In the Old Testament “anointing oil” was used in the consecration of the Levitical priesthood AND the Tabernacle. Leviticus 8:30 reads, “And Moses took of the anointing oil, and of the blood which was upon the altar, and sprinkled it upon Aaron, and upon his garments, and upon his sons, and upon his sons’ garments with him, and sanctified Aaron, and his garments, and his sons, and his sons’ garments with him.” In Exodus 40:9 it says, “And thou shalt take the anointing oil, and anoint the tabernacle, and all that is therein, and shalt hallow it, and all the vessels thereof: and it shall be holy.” The “oil” was not magical; it was simply used symbolically to show that the priests and the tabernacle were “set apart to God,” which is what “holy” means. It was NEVER to be used for personal use. This is borne out in Exodus 30:30-32, “And thou shalt anoint Aaron and his sons, and consecrate them, that they may minister unto me in the priest’s office. And thou shalt speak unto the children of Israel, saying, This shall be an holy anointing oil unto Me throughout your generations. Upon man’s flesh shall it not be poured.”

In the New Testament anointing oil was used in connection with physical healing, but here too we believe the oil itself was a symbol and NOT the means of a cure. Mark 6:13 tells us, “And they cast out many devils, and anointed with oil many that were sick, and healed them.” Matthew 10:1 informs us that Jesus had given His disciples the power to heal, “He gave them power against unclean spirits, to cast them out, and to heal all manner of sickness and all manner of disease.” He does NOT mention “anointing them with oil.” I believe some were anointed with oil to mark them out as those who were to be blessed with healing. It symbolized the power of the Holy Spirit that was to be demonstrated in their being healed. James 5:14-15 provides a similar example, for it reads, “Is any sick among you? Let him call for the elders of the church; and let them pray over him, anointing him with oil in the name of the Lord: And the prayer of faith shall save the sick, and the Lord shall raise him up.” Notice, the sick one is anointed with oil BUT the “prayer of faith shall save the sick, and the Lord shall raise him up.” The oil has no healing properties in it for it is clear that the Lord will heal them based on the prayer of faith. So here again the oil is simply used to mark them out as those who would be blessed with divine healing.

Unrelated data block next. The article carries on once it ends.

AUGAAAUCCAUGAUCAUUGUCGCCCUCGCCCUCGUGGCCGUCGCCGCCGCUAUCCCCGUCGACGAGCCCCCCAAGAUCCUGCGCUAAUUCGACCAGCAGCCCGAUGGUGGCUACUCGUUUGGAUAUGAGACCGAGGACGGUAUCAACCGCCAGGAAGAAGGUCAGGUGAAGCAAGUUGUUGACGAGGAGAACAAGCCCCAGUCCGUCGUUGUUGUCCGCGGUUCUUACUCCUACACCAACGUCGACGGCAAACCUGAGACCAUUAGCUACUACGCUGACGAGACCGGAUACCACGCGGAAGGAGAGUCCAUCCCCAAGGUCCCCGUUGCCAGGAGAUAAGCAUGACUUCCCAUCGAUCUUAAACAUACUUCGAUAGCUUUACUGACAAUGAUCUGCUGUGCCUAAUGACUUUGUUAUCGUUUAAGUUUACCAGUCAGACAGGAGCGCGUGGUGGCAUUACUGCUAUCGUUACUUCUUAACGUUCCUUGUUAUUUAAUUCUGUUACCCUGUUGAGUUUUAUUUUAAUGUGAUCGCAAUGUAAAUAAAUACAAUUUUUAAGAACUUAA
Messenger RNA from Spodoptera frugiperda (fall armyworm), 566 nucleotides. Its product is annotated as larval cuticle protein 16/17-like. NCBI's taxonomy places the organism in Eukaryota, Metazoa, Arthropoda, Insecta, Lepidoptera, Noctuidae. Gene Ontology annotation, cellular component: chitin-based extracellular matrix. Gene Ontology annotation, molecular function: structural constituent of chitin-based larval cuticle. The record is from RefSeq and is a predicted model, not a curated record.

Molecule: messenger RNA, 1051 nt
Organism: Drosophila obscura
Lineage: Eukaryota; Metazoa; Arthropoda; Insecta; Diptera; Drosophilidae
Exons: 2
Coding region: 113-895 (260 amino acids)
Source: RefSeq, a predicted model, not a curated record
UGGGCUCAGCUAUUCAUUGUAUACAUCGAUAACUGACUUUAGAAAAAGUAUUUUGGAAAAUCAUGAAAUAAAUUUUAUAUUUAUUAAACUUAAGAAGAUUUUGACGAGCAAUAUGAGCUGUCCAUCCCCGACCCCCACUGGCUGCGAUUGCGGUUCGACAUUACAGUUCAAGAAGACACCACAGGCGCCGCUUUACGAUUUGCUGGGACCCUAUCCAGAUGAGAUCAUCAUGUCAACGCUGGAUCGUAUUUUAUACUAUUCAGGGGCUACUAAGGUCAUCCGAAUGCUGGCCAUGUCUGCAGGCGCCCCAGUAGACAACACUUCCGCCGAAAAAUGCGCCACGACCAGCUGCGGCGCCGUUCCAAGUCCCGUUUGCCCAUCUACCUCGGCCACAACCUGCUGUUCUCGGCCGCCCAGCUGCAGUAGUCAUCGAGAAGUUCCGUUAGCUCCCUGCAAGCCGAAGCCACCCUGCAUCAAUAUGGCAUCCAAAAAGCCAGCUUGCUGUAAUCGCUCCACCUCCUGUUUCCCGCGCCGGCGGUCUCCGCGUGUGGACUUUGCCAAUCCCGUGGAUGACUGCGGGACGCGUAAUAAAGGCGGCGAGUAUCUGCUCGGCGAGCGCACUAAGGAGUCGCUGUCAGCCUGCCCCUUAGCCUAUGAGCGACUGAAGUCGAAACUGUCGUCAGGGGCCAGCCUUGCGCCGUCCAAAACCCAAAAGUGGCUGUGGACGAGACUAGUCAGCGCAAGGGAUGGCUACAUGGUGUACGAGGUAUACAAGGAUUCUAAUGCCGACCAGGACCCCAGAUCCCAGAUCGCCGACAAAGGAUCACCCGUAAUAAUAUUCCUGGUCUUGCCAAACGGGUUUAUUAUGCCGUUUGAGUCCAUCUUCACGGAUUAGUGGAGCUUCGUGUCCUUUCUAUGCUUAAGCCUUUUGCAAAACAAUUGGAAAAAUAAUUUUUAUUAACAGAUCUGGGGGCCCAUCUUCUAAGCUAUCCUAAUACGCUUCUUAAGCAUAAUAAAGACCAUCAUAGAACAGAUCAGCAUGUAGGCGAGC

Should Christians use oil today along with prayer for healing? The portion in James 5 may encourage us to do so, but it MUST be accompanied by the “prayer of faith.” For many years I have prayed for dear ones who have been gravely ill and after praying for the Lord to grant them healing mercies I usually end my prayer with the words, “Thy will be done.” I can’t recall one instance where I was absolutely assured that the Lord was going to heal them. Let me add that I find it striking that in all of the other New Testament epistles there is no mention whatsoever of anointing the sick with oil. I say this because IF anointing oil was vital in the healing process, one would think Paul, Peter, John and Jude would have surely mentioned it when speaking of physical healing. Their silence on this issue speaks loudly to me. (167.6) (DO)